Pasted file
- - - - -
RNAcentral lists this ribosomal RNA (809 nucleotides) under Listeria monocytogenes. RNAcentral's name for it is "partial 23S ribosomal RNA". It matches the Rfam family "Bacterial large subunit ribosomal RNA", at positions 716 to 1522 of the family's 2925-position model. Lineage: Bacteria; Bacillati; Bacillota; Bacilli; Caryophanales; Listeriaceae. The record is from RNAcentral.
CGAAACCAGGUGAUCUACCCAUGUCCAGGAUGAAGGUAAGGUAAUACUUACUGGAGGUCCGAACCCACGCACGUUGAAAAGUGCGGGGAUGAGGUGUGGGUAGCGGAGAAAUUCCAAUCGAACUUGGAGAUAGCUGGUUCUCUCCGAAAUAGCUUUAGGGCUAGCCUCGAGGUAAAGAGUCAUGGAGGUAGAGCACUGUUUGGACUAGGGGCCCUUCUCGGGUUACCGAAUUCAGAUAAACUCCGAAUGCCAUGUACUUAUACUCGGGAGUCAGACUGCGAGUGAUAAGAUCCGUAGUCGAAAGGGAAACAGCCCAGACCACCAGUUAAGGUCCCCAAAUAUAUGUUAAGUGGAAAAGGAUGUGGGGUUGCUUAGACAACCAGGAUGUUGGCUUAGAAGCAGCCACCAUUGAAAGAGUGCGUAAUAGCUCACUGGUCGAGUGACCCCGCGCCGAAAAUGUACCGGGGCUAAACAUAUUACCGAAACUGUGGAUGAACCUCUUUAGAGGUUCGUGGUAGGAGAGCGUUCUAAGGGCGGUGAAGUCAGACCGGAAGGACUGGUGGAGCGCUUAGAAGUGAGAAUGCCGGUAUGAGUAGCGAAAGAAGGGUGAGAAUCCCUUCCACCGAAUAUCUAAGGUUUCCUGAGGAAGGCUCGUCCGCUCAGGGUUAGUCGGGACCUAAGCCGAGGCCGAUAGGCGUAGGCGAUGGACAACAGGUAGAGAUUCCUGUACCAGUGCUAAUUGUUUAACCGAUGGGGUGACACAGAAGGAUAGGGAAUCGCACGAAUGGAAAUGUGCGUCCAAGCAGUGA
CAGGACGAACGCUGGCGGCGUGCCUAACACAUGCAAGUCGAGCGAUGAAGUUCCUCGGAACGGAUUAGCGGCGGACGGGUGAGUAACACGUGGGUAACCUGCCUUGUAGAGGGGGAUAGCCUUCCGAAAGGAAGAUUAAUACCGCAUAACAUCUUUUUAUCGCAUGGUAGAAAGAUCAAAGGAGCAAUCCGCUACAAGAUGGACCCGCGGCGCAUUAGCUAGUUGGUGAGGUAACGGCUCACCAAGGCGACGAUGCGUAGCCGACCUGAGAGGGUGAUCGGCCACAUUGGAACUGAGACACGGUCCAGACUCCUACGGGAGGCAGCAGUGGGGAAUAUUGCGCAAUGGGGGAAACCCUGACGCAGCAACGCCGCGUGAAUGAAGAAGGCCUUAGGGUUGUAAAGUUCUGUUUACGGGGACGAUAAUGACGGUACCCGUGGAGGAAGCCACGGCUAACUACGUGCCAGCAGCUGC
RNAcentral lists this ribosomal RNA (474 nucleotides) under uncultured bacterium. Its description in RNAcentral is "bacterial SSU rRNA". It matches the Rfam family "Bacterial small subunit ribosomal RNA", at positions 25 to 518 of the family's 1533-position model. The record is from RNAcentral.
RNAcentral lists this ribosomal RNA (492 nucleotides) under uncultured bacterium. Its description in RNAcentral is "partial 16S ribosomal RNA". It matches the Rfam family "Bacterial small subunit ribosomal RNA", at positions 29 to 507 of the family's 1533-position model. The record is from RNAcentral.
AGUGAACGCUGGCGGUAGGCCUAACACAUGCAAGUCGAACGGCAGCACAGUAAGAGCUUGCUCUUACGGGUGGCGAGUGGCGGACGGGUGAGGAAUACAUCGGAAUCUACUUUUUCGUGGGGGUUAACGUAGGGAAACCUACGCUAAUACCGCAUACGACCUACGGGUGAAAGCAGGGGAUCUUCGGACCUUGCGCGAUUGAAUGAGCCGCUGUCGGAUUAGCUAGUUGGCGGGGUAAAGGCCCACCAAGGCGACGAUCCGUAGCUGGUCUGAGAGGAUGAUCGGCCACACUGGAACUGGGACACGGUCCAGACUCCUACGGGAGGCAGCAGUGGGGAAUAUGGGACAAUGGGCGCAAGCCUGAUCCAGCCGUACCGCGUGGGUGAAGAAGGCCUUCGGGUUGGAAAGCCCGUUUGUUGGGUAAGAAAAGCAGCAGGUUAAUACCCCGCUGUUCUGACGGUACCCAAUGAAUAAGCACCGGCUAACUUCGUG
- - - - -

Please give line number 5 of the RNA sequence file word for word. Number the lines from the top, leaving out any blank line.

RNAcentral lists this ribosomal RNA (492 nucleotides) under uncultured bacterium. Its description in RNAcentral is "partial 16S ribosomal RNA". It matches the Rfam family "Bacterial small subunit ribosomal RNA", at positions 29 to 507 of the family's 1533-position model. The record is from RNAcentral.